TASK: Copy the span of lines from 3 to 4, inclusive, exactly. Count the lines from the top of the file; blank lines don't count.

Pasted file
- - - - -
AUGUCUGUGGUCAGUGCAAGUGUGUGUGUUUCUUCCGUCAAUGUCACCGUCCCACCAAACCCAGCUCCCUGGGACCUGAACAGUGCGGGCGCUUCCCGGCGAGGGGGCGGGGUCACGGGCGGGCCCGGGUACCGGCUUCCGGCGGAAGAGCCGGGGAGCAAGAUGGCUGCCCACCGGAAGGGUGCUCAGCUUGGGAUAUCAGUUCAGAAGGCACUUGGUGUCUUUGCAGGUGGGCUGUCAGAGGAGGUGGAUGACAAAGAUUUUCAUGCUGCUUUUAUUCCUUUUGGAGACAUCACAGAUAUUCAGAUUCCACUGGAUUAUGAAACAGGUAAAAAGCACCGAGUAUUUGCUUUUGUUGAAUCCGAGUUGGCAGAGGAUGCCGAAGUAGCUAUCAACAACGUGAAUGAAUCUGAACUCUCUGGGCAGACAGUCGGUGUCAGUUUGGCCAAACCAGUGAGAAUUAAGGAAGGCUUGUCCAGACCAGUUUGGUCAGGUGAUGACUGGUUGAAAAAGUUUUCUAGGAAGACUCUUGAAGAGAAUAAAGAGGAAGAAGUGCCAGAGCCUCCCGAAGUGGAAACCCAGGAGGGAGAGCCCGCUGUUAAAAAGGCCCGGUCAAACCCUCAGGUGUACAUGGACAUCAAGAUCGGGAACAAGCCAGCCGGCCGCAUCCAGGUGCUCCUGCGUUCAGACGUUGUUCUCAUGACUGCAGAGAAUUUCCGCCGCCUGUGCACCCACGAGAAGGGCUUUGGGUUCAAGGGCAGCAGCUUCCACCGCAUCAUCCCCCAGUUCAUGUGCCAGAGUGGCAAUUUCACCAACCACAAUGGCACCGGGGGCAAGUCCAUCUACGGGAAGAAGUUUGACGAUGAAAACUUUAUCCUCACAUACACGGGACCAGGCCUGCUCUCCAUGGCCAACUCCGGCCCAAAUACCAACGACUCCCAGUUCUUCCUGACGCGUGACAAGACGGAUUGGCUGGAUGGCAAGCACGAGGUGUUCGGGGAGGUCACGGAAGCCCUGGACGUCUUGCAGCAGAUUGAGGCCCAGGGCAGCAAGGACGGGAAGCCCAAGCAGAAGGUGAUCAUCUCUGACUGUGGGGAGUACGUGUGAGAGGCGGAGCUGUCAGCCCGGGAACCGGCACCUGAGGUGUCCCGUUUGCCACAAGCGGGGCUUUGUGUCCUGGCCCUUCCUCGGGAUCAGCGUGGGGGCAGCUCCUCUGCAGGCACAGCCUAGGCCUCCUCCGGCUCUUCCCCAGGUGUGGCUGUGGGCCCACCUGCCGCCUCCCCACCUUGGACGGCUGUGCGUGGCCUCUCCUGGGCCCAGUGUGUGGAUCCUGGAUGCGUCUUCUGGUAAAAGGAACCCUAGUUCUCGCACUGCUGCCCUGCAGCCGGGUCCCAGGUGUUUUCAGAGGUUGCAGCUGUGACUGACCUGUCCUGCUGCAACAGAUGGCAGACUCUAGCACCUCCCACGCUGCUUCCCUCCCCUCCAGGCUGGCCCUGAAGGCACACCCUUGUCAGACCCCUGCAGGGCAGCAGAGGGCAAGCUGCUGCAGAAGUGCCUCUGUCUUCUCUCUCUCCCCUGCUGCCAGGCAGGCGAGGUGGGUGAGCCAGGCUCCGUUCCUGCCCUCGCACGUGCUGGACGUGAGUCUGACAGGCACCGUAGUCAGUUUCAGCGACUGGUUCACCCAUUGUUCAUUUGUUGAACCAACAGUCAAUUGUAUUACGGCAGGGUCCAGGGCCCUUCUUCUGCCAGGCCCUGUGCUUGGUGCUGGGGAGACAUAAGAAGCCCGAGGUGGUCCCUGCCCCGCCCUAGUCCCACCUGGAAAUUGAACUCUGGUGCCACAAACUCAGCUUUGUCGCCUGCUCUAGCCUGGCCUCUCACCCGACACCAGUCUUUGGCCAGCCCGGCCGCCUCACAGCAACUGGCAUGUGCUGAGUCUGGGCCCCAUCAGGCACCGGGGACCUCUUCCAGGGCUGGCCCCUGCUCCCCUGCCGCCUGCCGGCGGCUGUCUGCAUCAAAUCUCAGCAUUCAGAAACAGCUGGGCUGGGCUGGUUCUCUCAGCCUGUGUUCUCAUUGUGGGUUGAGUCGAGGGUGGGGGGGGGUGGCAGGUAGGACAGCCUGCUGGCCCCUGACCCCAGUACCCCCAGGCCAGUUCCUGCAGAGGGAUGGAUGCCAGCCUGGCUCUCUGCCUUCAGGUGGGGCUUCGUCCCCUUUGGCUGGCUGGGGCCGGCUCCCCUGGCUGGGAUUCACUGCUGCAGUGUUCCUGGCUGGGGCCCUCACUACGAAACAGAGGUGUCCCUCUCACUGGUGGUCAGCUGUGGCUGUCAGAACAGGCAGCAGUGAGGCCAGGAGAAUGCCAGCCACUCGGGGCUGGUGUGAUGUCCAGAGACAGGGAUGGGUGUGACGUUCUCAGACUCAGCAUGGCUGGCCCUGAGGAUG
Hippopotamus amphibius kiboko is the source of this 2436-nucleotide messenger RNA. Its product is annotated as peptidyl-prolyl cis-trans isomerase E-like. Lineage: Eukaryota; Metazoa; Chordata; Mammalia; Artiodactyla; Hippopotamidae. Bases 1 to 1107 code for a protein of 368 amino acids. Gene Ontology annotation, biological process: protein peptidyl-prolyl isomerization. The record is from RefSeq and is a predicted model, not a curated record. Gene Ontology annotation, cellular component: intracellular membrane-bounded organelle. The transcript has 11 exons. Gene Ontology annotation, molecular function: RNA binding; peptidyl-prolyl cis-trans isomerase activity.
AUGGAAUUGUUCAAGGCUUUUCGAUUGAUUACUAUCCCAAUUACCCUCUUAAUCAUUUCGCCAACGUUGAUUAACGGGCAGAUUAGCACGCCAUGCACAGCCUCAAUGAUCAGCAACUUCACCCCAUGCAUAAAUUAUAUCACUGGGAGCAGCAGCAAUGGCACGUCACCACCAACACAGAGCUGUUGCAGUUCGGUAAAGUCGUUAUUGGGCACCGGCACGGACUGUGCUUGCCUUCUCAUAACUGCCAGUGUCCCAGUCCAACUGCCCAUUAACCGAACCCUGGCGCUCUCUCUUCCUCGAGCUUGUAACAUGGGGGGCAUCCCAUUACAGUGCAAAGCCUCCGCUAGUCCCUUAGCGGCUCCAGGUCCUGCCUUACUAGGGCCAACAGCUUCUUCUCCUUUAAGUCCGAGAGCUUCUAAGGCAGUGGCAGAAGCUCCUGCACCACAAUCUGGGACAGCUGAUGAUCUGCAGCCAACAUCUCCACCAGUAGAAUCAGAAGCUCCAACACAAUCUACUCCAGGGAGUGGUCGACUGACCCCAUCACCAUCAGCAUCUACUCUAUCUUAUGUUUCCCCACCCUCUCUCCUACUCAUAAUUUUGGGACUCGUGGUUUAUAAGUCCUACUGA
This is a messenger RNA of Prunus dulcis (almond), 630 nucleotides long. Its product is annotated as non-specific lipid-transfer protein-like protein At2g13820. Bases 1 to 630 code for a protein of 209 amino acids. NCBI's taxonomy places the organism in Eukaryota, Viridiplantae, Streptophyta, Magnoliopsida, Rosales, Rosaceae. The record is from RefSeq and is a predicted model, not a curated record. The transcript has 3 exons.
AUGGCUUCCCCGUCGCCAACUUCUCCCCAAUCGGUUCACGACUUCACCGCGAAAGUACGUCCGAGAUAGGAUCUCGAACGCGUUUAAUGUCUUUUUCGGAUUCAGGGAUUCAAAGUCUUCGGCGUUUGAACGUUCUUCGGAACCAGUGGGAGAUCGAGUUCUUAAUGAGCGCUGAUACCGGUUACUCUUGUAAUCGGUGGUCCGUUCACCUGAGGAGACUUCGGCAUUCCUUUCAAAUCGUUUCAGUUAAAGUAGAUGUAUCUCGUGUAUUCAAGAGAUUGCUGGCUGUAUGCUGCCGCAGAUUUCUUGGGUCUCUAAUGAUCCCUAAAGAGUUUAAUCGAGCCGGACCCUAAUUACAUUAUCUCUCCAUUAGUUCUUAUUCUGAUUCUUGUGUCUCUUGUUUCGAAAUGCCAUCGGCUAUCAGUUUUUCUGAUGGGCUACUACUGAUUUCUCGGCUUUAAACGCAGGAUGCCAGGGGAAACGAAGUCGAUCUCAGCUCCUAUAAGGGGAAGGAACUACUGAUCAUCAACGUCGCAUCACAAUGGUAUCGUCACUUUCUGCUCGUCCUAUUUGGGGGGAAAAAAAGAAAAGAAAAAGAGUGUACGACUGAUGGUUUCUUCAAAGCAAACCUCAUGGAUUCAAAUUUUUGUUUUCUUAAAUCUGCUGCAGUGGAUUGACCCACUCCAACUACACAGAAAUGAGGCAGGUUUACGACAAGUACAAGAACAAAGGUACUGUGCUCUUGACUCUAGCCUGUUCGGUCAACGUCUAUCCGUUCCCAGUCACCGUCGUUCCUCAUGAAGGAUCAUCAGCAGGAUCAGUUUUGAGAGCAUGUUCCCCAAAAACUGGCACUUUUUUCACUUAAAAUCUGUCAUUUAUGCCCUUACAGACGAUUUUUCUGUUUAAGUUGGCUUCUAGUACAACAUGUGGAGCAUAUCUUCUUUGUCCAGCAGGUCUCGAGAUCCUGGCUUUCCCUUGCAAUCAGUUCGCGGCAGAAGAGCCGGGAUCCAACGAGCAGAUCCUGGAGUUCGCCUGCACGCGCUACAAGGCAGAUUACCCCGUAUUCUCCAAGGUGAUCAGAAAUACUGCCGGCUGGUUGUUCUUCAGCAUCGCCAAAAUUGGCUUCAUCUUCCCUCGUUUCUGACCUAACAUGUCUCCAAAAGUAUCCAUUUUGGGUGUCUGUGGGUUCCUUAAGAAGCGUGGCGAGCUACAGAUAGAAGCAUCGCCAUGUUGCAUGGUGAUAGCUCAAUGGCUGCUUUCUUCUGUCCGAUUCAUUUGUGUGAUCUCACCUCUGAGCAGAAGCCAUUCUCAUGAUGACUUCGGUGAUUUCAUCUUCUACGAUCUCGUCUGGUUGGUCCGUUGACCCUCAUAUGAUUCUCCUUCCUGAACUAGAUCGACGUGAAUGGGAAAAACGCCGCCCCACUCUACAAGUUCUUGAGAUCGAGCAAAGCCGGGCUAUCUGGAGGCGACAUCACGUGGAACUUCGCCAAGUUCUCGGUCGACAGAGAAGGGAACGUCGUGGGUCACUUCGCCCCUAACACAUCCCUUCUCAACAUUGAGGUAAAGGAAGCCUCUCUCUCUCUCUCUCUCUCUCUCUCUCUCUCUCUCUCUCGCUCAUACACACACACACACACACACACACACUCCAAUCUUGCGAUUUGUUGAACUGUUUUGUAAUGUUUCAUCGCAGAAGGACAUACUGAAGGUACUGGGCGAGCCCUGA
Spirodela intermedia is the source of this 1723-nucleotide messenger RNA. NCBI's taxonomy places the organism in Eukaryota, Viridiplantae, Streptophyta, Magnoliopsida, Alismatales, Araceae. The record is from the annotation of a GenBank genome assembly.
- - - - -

AUGGAAUUGUUCAAGGCUUUUCGAUUGAUUACUAUCCCAAUUACCCUCUUAAUCAUUUCGCCAACGUUGAUUAACGGGCAGAUUAGCACGCCAUGCACAGCCUCAAUGAUCAGCAACUUCACCCCAUGCAUAAAUUAUAUCACUGGGAGCAGCAGCAAUGGCACGUCACCACCAACACAGAGCUGUUGCAGUUCGGUAAAGUCGUUAUUGGGCACCGGCACGGACUGUGCUUGCCUUCUCAUAACUGCCAGUGUCCCAGUCCAACUGCCCAUUAACCGAACCCUGGCGCUCUCUCUUCCUCGAGCUUGUAACAUGGGGGGCAUCCCAUUACAGUGCAAAGCCUCCGCUAGUCCCUUAGCGGCUCCAGGUCCUGCCUUACUAGGGCCAACAGCUUCUUCUCCUUUAAGUCCGAGAGCUUCUAAGGCAGUGGCAGAAGCUCCUGCACCACAAUCUGGGACAGCUGAUGAUCUGCAGCCAACAUCUCCACCAGUAGAAUCAGAAGCUCCAACACAAUCUACUCCAGGGAGUGGUCGACUGACCCCAUCACCAUCAGCAUCUACUCUAUCUUAUGUUUCCCCACCCUCUCUCCUACUCAUAAUUUUGGGACUCGUGGUUUAUAAGUCCUACUGA
This is a messenger RNA of Prunus dulcis (almond), 630 nucleotides long. Its product is annotated as non-specific lipid-transfer protein-like protein At2g13820. Bases 1 to 630 code for a protein of 209 amino acids. NCBI's taxonomy places the organism in Eukaryota, Viridiplantae, Streptophyta, Magnoliopsida, Rosales, Rosaceae. The record is from RefSeq and is a predicted model, not a curated record. The transcript has 3 exons.